The working group deals with the impact of the Industrial Internet of Things (IIoT) issues on functional safety. In the world of Cyber Physical Productions Systems (CPPS) or the IIoT this becomes very important. A CPPS is a system which combines physical objects (through sensors or actuators) and processes with digital (virtual) objects and processes across information networks and the internet. In the IIoT the digital word acts upon the physical world. With this we have to be prepare for safety issues.

Cyber Cyber Physical Production System Structure

Cyber Physical Production System Structure

Safety engineers have long lasting experience in managing the risk created by classic vulnerabilities of safety devices like power or compressed air malfunction, corrosion or operator errors.

With the embedded system and its connection to the internet thousands of easy exploitable IT vulnerabilities enter the safety domain.

The main difference is that these IT vulnerabilities are exploitable by

  • any internet user
  • from any location and
  • at any time.

If the safety device is not properly designed this may have a negative impact on the safety function, thus on people or the environment.

Inspection engineers have in general only few experience in managing the risks which arise from the IT vulnerabilities. Objectives of the working group are to create awareness for these new kind of IT risks and to provide working materials for support of the inspection engineers.

During preparation, I focused on the easy exploitable weakness CWE-16 (Configuration), in particular Default Passwords.  Lots of process control systems (PCS) are attached to the Internet. And lots of them are accessible with default passwords for the administrator and guest account. Although the vendors strongly recommend to change the passwords during startup, neither the engineering teams nor the operators performed their duties.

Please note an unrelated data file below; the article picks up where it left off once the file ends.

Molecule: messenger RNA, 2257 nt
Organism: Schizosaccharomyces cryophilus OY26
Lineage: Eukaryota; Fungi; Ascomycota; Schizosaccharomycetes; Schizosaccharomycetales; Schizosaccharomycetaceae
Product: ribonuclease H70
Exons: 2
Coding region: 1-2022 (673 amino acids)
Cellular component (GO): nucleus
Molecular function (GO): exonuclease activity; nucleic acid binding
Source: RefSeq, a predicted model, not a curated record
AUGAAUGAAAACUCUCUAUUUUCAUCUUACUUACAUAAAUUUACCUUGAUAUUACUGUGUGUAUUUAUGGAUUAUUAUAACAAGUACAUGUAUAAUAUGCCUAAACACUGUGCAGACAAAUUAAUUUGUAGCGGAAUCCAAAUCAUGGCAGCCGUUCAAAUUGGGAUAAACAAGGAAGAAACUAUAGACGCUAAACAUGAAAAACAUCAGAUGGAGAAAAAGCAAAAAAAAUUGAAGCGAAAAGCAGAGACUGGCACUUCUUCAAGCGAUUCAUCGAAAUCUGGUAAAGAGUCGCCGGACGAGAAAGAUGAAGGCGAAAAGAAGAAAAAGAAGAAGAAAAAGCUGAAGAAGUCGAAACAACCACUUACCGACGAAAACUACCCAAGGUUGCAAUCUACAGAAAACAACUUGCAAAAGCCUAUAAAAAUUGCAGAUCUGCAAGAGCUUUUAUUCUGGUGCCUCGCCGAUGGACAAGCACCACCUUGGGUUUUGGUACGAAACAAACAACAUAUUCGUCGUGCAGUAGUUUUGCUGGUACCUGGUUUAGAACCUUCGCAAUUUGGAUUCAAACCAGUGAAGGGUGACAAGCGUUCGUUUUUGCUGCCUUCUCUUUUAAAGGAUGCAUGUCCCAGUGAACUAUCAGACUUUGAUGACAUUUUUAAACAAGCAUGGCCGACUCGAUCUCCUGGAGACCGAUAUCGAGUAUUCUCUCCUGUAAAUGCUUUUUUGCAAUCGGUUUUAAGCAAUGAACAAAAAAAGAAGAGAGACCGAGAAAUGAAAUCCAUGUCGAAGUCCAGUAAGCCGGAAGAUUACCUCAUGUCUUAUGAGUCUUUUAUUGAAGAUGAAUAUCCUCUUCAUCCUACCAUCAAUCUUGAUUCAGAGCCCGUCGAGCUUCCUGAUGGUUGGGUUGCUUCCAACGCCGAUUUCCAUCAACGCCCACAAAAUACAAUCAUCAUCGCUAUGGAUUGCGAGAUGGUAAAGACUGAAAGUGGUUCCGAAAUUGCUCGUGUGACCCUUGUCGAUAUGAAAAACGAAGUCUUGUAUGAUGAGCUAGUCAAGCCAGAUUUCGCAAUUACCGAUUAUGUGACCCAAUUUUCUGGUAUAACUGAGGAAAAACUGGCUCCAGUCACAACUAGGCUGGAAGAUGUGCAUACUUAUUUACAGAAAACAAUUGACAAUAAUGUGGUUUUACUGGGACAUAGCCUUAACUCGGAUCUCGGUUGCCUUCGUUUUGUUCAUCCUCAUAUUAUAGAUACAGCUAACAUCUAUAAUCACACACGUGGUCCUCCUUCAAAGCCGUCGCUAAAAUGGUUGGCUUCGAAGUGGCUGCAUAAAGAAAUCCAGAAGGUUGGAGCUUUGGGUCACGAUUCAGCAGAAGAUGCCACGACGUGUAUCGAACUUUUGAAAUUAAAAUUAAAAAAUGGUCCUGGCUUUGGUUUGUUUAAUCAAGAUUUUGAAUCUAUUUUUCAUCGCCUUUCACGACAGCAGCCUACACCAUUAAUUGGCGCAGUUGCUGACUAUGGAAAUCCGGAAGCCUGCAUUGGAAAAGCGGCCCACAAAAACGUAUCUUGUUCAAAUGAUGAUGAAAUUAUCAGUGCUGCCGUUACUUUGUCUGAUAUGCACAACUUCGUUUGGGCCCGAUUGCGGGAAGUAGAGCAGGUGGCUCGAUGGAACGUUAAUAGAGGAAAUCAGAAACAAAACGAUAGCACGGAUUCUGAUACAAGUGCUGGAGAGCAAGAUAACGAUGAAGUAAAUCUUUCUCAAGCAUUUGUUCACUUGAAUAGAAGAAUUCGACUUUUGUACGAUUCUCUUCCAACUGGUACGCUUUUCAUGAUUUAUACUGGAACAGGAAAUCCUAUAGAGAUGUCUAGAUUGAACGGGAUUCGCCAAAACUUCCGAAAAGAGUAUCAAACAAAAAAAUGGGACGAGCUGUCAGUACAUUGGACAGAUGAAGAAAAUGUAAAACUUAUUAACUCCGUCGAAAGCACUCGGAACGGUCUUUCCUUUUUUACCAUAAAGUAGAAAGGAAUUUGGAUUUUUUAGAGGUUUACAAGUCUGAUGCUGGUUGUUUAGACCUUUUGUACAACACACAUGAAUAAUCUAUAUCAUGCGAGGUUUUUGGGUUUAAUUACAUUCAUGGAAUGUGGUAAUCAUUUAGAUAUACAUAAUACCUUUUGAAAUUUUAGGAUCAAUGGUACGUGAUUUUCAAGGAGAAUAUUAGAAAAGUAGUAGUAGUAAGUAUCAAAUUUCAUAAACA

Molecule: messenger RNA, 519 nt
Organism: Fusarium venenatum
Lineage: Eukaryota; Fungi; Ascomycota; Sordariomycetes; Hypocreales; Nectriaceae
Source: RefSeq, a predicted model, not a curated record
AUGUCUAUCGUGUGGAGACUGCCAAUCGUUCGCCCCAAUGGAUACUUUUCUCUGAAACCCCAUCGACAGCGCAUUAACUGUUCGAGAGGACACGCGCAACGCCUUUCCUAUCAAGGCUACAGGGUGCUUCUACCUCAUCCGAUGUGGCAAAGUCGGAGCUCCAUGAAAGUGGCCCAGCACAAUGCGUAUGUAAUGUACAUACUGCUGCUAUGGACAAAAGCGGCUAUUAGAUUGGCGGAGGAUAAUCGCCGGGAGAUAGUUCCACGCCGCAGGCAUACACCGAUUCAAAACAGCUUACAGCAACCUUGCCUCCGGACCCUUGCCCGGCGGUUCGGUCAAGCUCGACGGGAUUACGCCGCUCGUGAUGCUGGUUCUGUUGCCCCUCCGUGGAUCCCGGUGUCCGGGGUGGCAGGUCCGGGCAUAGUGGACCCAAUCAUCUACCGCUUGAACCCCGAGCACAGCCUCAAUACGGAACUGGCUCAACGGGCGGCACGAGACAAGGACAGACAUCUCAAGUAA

Vendors started to deal with the default password issue and introduced individual passwords for PCS. Rockwell for example uses the serial number of the system as individual password:

The Configuration pages (Device Identity, Network Configuration and Device Services) are password protected. By default they can be accessed with:

  • Username = administrator
  • Password = the adapter’s serial number (listed on the adapter’s home page)

Generally, this is a good idea. But if the engineering team does not remove the password from the systems homepage or change the password this will create no security. The same applies to the operators. At least before commissioning they must check whether basic security best practice is implemented. Since the power plants I found during my research are operated from some years now, the operators checked this definitely not.

With this it is required that Vendors, Vontractors, and Operators

  • introduce Security-by-Design and Cyber Risk Management in their design standards
  • introduce Security Gates in their design processes
  • enhance handover and acceptance procedures by security requirements

to make sure that at least basic security requirements are met, thus the safety of the systems is not compromised by IT vulnerabilities.

That’s it for today, and for this year. I will take a Christmas break.

A merry Christmas to you all
and the best wishes
for health, happiness and prosperity
in the New Year.

Christmas Trees